“Sentimental Education” was the second novel I had to read for the Paris component of one of my university courses, and one I expected to like. I’ve wanted to read Flaubert’s “Madame Bovary” ever since I’ve heard about how irreplaceable it is in the world of literature, and “Sentimental Education” seemed like a great introduction into his writing.
The protagonist of “Sentimental Education” is the young Frederic Monreau who, like many other young French men his age, dreams of a possessing a standard set of things in life: a lavish life in Paris, a successful job, and a beautiful (and older) woman he could love. However, our Frederic is quite the indecisive young man whose decisions will at first frustrate you and often make you curse him under your breath, until at about the halfway point in the book when you realize you should actually be laughing at his ridiculous nature. That is how I felt, at least, with this book. Calling Frederic an arse would be an understatement, but he sure does make for a fascinating character study despite how easily he fleets among three – later on four – women, and his tactics of lying to get out of slippery situations even become admirable. But it took half a book to realize that and begin to finally appreciate it. This isn’t Flaubert’s fault but my own, perhaps due to a substantial dose of ignorance and lack of a full understanding on where Flaubert was coming from and where he was going with his novel.
For any reader of literature from around this time period, the issue with names is a familiar one, namely the sheer amount of characters that are present. Similarly, it took at least 150 pages to begin to associate names with what the character did, although after finishing I admit that Dussardier and Martinon were the two that still remained in a rather hazy corner of the mind. Because of this it was difficult to get into and enjoy the plot.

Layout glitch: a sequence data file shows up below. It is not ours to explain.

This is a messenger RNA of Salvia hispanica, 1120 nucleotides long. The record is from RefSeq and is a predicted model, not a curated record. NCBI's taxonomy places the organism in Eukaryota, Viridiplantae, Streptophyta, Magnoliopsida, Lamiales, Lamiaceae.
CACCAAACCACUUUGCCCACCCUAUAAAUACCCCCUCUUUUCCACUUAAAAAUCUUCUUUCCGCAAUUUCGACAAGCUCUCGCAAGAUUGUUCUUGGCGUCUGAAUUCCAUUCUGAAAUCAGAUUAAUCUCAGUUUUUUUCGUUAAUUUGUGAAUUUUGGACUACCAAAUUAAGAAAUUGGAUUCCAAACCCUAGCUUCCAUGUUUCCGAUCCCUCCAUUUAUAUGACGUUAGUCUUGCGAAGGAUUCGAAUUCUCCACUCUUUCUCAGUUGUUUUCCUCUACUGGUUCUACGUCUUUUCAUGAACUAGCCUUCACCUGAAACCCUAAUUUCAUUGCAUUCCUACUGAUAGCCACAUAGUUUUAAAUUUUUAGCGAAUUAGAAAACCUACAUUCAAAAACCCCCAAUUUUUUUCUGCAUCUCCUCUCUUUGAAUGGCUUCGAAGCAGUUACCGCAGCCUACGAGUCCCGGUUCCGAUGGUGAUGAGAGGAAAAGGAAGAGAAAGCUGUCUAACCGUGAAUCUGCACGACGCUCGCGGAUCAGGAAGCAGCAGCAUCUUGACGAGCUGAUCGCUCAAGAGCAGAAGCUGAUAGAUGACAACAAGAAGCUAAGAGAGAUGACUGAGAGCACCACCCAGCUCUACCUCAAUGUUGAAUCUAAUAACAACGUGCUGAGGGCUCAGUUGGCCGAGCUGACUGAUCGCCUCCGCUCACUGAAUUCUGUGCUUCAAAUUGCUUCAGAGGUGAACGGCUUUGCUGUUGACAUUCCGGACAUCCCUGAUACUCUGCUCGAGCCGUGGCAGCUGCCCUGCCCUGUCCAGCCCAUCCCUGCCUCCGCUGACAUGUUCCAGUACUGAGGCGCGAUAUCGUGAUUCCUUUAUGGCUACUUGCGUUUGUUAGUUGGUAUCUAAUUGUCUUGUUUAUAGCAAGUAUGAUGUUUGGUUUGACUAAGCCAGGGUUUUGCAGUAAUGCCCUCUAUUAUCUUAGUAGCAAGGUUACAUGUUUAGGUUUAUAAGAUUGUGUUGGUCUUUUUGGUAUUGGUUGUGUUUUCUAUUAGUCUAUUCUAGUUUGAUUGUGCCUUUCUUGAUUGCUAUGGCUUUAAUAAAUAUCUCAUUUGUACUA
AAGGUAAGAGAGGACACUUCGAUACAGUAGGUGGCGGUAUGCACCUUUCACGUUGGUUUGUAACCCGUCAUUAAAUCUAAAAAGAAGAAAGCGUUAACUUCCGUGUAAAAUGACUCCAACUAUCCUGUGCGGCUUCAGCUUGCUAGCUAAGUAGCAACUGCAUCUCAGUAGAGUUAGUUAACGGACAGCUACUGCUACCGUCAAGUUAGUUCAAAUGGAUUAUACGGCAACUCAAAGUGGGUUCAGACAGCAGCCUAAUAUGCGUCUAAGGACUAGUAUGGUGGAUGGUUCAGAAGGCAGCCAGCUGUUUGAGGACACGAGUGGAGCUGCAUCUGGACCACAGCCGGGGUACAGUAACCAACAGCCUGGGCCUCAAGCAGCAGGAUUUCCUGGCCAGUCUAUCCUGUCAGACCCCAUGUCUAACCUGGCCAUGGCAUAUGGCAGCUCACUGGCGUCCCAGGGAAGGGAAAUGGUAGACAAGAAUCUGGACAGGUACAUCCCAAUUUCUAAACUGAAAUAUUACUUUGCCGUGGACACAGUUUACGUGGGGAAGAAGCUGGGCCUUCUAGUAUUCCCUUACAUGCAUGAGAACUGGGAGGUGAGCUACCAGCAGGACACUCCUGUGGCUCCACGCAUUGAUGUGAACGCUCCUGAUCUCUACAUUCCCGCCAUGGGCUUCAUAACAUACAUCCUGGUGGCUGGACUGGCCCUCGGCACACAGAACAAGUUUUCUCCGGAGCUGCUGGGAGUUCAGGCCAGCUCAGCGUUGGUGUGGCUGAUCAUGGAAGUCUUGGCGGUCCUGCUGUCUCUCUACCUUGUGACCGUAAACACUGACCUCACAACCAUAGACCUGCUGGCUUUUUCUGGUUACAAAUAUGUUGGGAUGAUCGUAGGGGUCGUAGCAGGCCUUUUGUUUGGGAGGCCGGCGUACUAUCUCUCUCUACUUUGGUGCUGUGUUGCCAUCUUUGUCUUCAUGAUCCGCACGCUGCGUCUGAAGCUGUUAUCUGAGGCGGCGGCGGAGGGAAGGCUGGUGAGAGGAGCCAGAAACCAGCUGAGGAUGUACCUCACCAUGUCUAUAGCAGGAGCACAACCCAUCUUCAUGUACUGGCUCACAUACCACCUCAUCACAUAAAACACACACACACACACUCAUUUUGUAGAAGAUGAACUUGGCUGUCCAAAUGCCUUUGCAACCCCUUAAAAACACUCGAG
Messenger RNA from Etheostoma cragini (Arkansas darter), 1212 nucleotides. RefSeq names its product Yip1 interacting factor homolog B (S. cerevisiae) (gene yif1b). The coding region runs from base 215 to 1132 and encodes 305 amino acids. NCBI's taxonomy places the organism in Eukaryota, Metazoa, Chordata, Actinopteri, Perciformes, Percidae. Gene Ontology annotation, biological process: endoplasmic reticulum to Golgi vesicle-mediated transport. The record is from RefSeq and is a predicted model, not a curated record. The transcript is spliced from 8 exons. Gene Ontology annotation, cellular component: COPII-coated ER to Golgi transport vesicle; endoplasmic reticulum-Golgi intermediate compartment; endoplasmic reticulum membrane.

Once the story picked up however and these dilemmas were resolved I got into the general gist of things and quite enjoyed it. Flaubert is an undeniable talented writer with rich descriptions that are picturesque and sensorial, adding the proper touch of atmosphere to the novel. It was one of the best aspects, by far. Comparing it to the previous French novel we read in the course, Balzac’s “Old Man Goriot”, I will say that the former was more enjoyable yet was not as rich as “Sentimental Education” was in some ways. Both are quite successful with their ideas however, and to some extent I even enjoyed Flaubert’s treatment of the ending in his novel more than how Balzac approached his. Flaubert’s novel is more serious and loaded with details that give the reader a general understanding of the atmosphere and historical context of Paris over the time span of the novel. It’s worth reading the two together as they supplement each other – Flaubert’s is more serious and weighted while Balzac’s was like reading a thrilling drama that touched the heart. There were also more ideas there that were worth noting, unlike in “Sentimental Education”.
A novel worth reading for its main idea as well as to simply appreciate Flaubert’s writing, “Sentimental Education” has much to offer the patient reader, or one willing to put in the effort and occasionally fight their way through the writing in order to get to the juicier parts. For me, however, not as thrilling as I expected, but definitely something I’m glad to have read and experienced for myself after hearing much talk about it from others.